I know a lot of people are upset with me because I am upset with Michael Fassbender these days. My Fass-love took a major hit when he announced in GQ last year that he wouldn’t be Oscar-campaigning for his role in 12 Years a Slave, and then the Fass-love disappeared altogether when we found out that his current girlfriend is Gerard Butler’s famewhore ex. Some of you are mad at me because I stopped paying attention to Fassy for the most part. To which I have to say… it’s not really a choice I’m making. He’s barely been around. He’s filming projects back-to-back and hasn’t given any interviews in support of 12 Years a Slave in like three months.
The argument I’ve heard is “But if Fassy went all Anne Hathaway, you would hate that too.” True. But this isn’t an all-or-nothing proposition. It’s not like Oscar campaigns are either “nothing” or “Hathaway”. There are many amusing, charming, pleasurable and non-famewhorey ways to campaign for an Oscar. The least obtrusive of which is to A) show up to the major events when you’re nominated, B) do a modicum of press, a few magazine interviews and some stuff in the trade papers, C) even if you don’t want to promote yourself, promote the film as a whole and D) don’t act like a petulant child still holding a grudge from all the times the Academy didn’t nominate you. Fassy has failed in all of these situations.
Anyway, I bring up all of this anger and angst because The Gold Derby – a site that discusses all of the Oscar races in detail – has a piece basically asking, “Would it have made a difference if Michael had campaigned or would Jared Leto still be breezing through the awards season?”
Despite receiving rave reviews for “12 Years a Slave,” Michael Fassbender decided early on that he wouldn’t participate in an Oscar campaign. And while he reaped a Supporting Actor bid, he skipped the academy’s official nominees luncheon on Monday. So, is it any surprise that he is ranked far behind frontrunner Jared Leto (“Dallas Buyers Club”) in this race?
Fassbender’s skittishness can be traced back to being snubbed by the academy in 2011 for a trio of acclaimed performances in “Jane Eyre,” “A Dangerous Method,” and “Shame.” That latter film, his second with “12 Years” helmer Steve McQueen, netted him Golden Globe and BAFTA nominations. Reflecting on his continuous campaigning then, he told GQ last fall: “I won’t put myself through that kind of situation again … It’s just a grind. And I’m not a politician. I’m an actor.”
While “12 Years a Slave” leads our racetrack odds for Best Picture, Best Supporting Actress (Lupita Nyongo) and Best Adapted Screenplay, Fassbender is a longshot at best. Would campaigning have made the difference?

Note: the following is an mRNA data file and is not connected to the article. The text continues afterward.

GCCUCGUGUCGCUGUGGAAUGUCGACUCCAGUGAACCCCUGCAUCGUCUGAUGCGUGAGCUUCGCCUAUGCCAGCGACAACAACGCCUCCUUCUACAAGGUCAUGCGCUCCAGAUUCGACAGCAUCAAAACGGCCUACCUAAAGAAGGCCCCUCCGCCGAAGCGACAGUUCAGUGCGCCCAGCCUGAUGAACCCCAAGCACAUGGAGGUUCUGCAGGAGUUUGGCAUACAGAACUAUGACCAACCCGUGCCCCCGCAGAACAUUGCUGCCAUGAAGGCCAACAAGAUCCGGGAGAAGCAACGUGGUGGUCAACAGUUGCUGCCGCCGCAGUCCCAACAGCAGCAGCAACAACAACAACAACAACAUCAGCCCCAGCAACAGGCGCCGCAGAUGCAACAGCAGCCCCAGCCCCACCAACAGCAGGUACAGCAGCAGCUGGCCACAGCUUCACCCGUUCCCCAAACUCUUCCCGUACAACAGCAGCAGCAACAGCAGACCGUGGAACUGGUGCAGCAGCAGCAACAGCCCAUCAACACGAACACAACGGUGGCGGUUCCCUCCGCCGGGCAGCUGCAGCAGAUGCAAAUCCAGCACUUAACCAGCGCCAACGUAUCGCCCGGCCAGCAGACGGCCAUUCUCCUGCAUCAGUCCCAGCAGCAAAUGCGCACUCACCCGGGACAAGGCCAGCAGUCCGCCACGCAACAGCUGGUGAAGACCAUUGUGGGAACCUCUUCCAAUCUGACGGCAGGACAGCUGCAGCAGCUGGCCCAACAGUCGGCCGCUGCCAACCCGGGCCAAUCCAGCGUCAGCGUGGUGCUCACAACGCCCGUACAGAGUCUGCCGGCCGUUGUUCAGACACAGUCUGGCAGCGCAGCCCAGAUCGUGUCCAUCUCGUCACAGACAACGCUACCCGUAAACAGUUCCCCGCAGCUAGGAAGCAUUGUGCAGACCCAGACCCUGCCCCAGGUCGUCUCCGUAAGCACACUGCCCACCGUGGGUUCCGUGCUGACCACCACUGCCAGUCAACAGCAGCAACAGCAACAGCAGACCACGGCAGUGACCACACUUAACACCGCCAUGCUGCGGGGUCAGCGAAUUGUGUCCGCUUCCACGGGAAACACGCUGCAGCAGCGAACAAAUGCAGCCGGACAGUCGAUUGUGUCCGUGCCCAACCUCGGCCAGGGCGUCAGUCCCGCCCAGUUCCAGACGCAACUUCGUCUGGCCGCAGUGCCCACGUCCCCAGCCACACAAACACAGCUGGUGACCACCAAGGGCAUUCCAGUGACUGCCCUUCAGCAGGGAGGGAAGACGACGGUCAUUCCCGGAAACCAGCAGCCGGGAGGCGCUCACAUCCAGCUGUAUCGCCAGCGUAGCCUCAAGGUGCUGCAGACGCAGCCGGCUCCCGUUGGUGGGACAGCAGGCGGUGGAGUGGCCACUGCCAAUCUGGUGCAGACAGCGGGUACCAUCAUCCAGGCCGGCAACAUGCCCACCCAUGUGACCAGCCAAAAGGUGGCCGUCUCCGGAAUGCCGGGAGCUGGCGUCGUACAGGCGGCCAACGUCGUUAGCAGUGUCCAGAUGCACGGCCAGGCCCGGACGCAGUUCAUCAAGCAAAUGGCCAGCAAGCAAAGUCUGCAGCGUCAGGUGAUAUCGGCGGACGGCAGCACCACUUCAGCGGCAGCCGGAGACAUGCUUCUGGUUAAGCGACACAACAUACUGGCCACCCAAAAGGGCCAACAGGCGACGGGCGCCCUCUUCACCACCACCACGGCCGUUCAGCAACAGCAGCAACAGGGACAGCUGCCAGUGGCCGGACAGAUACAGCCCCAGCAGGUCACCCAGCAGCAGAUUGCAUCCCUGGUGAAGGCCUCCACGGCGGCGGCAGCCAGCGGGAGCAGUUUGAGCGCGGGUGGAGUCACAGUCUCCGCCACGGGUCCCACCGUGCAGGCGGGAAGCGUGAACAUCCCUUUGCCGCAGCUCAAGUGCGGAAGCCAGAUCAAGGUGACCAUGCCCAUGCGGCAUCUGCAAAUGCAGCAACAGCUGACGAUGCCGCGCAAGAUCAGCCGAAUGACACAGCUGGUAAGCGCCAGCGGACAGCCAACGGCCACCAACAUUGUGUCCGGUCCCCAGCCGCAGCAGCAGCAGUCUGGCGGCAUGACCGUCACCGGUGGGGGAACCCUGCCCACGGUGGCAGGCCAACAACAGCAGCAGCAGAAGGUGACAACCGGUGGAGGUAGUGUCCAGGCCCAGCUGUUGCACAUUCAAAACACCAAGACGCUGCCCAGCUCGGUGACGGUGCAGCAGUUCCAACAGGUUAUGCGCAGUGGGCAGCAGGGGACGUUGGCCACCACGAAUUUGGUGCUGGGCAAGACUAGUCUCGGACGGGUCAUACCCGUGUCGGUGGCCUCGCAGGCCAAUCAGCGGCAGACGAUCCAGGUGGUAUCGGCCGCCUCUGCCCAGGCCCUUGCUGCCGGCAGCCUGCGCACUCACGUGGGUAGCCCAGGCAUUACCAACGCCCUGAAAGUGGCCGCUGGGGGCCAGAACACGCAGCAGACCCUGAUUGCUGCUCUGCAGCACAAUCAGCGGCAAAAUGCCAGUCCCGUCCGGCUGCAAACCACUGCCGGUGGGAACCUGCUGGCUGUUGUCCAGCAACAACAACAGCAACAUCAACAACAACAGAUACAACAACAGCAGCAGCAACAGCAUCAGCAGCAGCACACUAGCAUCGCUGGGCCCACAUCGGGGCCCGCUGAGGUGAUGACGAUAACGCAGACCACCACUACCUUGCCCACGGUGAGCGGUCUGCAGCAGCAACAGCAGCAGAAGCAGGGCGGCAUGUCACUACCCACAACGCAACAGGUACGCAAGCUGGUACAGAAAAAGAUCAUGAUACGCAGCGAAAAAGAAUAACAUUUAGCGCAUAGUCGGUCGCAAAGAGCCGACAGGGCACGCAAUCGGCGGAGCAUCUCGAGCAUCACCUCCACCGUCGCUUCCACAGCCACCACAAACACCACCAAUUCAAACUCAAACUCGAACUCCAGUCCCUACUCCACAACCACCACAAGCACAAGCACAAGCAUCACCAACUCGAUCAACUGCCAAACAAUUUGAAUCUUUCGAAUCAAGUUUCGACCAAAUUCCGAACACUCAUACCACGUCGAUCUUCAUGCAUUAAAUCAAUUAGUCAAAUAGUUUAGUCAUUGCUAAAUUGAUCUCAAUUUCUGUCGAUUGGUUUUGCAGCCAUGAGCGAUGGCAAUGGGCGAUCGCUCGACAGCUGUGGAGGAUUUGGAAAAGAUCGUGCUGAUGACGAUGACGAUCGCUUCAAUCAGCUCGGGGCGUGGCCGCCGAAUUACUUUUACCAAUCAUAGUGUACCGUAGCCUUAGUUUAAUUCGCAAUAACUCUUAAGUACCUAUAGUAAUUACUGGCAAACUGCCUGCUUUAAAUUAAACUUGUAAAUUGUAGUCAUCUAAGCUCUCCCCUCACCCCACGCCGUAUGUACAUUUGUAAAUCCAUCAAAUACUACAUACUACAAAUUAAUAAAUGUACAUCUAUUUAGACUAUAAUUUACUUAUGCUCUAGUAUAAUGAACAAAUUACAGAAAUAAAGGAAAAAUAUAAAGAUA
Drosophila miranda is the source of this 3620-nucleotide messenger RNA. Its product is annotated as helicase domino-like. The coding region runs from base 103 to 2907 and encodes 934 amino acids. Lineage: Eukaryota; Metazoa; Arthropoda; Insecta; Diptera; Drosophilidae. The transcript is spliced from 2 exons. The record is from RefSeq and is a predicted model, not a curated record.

Working the awards circuit certainly paid off for the likes of Octavia Spencer (“The Help”) and Kate Winslet (“The Reader”). Melissa Leo’s lobbying for “The Fighter” was infamous — she bought her own trade ads asking voters to “Consider …,” which caused such a controversy that there was concern she’d be the rare actor brought down by a campaign — but she held on to win Best Supporting Actress anyway.
Then again, Katharine Hepburn won a record four Best Actress awards but skipped all 12 Oscars at which she contended, only showing up once, in 1973, to fete her friend Lawrence Weingarten who was receiving the Irving Thalberg award.
Mo’Nique famously shunned the campaign trail when “Precious” was a major contender in 2009, but she won Best Supporting Actress anyway. In her acceptance speech said, “I would like to thank the academy for showing that it can be about the performance and not the politics.”
Would Fassebender be in front had he been shaking hands and going to parties all season? Leto’s performance as a transgender woman in “Dallas Buyers Club” is the kind of radical physical transformation voters love. Add in the role’s social and historical importance and you have a winning combination. Indeed, he has taken home every major precursor prize: New York, Los Angeles, and Chicago critics, the Golden Globe, Critics’ Choice and SAG awards. He has reached a Mo’Nique level of inevitability.
But if there’s one chink in Leto’s armor, it’s BAFTA where’s “Dallas Buyers Club” was snubbed completely. Fassbender is the clear frontrunner to win at BAFTA with overwhelming odds of 1/4. Could he pull off an Oscar upset? The last person to win the Supporting Actor Oscar without at least a BAFTA bid was Morgan Freeman (“Million Dollar Baby”) in 2004. And Oscar does like its villains, especially in the supporting categories: Christoph Waltz in “Inglourious Basterds”; Javier Bardem in “No Country for Old Men”; and, again, Mo’Nique.
If Fassbender doesn’t win, we’ll never know if campaigning could have tipped the scale in his favor. His movie is the frontrunner to win Best Picture and he’s missing the party. That’s a real “Shame.”
Yeah… my takeaway is that maybe Michael wouldn’t have won even if had gone Full Hathaway, but at least he would have given Jared Leto a good fight. Does Fassy regret it now? Doubtful. But it was just announced this week that Fassy will deign to appear at the BAFTAs on Sunday. God knows, he might even win with Leto out of the race. Here’s my question at the end of the Oscar speculation: will Hollywood think differently about Fassbender after this no-campaigning thing? Will producers think, “Hey, maybe we should hire someone more willing to play the game instead of Fassbender”?
Photos courtesy of WENN.